In conclusion, we have shown that endogenous human RECQL4 localizes to distinct nuclear foci that coincide with PML NBs, Rad51 and regions of ssDNA, suggesting that RECQL4 plays a role in the repair of DSBs by homologous recombination. Further confirmation of the above mentioned results will come from genetic, biochemical and protein-protein-interaction assays performed on RECQL4. These approaches, along with the cell biological approach described in this study, will ultimately help to understand the function of RECQL4 protein in human cells and to understand how genome instability influences cancer predisposition and aging.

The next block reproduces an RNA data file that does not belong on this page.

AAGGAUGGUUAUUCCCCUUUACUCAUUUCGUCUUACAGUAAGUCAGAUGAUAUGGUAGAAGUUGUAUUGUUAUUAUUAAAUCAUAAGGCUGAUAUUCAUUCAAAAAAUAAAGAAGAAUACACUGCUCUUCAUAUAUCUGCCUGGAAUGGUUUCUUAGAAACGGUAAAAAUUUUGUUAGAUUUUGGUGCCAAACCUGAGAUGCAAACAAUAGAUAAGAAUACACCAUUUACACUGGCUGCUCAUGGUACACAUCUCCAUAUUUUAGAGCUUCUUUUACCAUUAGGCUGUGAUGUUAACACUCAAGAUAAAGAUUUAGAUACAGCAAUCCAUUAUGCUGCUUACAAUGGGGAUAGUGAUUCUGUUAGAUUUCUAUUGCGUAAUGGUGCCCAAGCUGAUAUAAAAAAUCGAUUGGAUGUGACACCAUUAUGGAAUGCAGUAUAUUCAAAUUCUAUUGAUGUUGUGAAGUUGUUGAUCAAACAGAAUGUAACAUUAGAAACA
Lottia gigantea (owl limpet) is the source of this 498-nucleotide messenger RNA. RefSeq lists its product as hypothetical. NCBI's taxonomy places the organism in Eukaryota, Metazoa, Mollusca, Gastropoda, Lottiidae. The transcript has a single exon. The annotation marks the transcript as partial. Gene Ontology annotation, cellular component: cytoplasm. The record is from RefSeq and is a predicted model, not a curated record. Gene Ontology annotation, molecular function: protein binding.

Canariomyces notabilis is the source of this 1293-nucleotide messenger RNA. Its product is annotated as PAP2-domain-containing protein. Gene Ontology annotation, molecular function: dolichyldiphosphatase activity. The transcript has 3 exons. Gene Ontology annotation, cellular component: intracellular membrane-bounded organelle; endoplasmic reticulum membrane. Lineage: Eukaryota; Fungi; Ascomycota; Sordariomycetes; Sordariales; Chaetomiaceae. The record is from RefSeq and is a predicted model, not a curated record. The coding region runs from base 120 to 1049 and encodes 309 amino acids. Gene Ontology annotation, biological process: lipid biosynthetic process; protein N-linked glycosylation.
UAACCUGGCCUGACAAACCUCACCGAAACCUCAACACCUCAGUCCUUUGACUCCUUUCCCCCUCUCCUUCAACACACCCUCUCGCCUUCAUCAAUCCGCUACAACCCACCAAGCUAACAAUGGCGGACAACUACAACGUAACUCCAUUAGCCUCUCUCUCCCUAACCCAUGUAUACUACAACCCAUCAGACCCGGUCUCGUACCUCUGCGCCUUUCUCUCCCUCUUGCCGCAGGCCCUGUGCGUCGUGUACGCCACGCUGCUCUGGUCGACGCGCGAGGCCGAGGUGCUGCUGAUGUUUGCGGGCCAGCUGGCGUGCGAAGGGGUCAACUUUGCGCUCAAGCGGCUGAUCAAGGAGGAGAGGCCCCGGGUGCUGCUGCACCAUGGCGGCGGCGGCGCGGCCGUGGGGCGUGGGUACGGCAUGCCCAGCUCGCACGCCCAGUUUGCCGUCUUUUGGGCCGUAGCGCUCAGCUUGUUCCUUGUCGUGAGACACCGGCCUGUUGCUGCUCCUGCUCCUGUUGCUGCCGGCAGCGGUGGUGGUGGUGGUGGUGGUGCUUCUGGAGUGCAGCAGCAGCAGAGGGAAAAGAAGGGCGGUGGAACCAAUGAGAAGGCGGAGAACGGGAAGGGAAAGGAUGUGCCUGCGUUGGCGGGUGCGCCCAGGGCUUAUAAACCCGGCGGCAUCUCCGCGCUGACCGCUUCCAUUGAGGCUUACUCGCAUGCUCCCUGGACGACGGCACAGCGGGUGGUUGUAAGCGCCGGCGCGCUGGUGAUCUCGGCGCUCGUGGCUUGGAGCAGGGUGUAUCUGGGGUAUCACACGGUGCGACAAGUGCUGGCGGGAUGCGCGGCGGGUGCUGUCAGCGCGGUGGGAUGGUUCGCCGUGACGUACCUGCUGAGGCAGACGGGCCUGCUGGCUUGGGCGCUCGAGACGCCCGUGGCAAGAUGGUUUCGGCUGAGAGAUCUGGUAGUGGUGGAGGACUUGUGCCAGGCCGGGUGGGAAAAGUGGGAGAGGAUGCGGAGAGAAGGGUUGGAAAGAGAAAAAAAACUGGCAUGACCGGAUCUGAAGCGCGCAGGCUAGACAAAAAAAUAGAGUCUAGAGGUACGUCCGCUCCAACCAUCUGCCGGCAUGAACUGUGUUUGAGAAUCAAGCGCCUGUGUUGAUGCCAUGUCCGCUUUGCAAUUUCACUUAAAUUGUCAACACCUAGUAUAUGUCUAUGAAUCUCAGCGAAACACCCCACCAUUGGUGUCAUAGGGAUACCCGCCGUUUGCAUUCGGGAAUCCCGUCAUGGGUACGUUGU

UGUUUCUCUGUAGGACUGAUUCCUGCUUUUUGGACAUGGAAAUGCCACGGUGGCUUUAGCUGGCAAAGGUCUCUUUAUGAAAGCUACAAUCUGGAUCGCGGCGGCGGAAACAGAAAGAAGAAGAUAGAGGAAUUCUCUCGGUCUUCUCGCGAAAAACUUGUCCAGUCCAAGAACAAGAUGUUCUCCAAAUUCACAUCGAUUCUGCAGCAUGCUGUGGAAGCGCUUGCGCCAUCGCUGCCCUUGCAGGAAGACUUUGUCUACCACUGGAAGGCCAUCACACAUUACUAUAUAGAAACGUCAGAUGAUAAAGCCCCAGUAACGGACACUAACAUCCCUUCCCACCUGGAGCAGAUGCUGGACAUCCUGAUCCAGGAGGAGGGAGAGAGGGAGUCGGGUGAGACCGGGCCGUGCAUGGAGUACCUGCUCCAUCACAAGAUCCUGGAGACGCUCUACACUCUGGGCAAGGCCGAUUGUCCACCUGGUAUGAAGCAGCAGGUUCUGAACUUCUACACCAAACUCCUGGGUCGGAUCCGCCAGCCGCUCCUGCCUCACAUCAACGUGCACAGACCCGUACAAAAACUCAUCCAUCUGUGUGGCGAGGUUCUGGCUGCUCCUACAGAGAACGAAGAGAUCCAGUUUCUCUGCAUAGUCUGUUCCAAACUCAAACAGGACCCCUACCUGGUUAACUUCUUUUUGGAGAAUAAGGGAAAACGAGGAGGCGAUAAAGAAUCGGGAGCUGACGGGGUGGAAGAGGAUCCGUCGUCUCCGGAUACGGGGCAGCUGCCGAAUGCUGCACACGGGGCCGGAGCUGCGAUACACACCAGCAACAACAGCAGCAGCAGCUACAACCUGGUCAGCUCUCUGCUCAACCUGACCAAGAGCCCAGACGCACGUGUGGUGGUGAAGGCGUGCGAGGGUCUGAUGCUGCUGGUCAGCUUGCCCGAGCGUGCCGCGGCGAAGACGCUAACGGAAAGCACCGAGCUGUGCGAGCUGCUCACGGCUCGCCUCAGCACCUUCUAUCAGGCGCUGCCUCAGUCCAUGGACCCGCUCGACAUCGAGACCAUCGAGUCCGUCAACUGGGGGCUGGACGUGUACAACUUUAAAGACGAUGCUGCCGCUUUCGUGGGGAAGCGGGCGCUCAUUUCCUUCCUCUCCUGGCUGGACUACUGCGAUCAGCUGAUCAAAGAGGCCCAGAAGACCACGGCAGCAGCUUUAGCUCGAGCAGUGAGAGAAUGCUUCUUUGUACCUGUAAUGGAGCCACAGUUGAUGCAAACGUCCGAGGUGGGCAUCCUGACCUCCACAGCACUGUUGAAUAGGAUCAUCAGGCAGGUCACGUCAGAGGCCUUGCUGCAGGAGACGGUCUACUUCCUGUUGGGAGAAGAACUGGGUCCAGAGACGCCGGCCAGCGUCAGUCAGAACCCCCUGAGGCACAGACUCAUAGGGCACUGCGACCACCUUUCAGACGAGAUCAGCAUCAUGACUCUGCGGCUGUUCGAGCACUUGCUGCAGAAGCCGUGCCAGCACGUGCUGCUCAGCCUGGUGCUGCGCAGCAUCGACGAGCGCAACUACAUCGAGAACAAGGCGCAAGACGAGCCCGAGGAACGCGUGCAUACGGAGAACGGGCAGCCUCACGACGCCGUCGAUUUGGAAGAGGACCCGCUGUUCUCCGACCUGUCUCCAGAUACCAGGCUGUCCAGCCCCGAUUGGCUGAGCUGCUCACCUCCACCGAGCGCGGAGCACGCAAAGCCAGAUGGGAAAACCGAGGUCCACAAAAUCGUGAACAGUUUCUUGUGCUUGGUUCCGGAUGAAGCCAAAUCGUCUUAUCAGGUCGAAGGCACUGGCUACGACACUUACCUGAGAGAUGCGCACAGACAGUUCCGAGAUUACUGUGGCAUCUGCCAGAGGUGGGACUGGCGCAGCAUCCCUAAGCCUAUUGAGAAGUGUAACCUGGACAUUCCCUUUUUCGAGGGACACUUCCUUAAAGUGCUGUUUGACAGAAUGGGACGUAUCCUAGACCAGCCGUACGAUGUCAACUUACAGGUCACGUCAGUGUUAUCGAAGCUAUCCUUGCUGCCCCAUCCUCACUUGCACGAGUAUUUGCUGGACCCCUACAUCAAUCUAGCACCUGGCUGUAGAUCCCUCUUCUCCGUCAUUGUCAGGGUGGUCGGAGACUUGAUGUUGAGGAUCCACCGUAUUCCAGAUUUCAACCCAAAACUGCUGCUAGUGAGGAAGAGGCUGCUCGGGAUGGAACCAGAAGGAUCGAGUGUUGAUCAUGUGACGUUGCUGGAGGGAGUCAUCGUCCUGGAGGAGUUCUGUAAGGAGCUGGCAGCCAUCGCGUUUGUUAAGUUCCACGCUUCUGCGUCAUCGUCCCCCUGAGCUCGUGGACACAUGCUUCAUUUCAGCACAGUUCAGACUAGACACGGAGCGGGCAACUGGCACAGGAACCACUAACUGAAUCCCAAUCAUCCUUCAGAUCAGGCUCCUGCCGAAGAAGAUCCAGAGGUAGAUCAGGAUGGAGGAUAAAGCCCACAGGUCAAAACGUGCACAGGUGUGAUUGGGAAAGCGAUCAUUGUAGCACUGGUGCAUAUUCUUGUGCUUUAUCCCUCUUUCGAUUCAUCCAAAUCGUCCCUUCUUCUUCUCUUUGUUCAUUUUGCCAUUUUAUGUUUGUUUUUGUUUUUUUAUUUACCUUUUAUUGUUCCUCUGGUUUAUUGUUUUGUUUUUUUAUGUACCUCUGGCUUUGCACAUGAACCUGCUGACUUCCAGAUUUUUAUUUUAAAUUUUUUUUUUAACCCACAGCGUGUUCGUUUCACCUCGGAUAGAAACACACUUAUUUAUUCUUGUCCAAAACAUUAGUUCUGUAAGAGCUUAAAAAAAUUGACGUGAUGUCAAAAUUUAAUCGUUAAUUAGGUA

We thank Silvio Hemmi for the gift of primary skin fibroblast cell line, Roland Kanaar for the gift of the anti-Rad51 antibody, Paul Hassa and Michael Hottiger for the gift of the anti-PARP1 antibody, Veronique Smits for the gift of the anti-GRB2 antibody, Ian Hickson for the gift of the anti-BLM antibody and Vilhelm Bohr, Michael Fetchko, Ian Hickson, Orlando Schärer, Caroline Zbinden and other members of the Stagljar group for helpful discussions. We are grateful to the Elektronenmikroskopisches Zentrallaboratorium der Universität Zürich for providing confocal facilities for this study. I.S.'s group is financed by grants from the Union Bank of Switzerland (im Auftrag eines Kunden), Gebert Rüf Foundation, EU Grant HPRN-CT-2002-00240, Schweizer Bundesamt für Bildung und Wissenschaft BBW Nr. 01-0528, the Swiss Cancer League (OCS-01310-02-2003) and the Swiss National Science Foundation (Nr. 3100A0-100256/1). R.F. is supported by the EU Grant HPRN-CT-2002-00240 and the GEN2003-20243-C08-07 from the Spanish Ministry of Education and Science.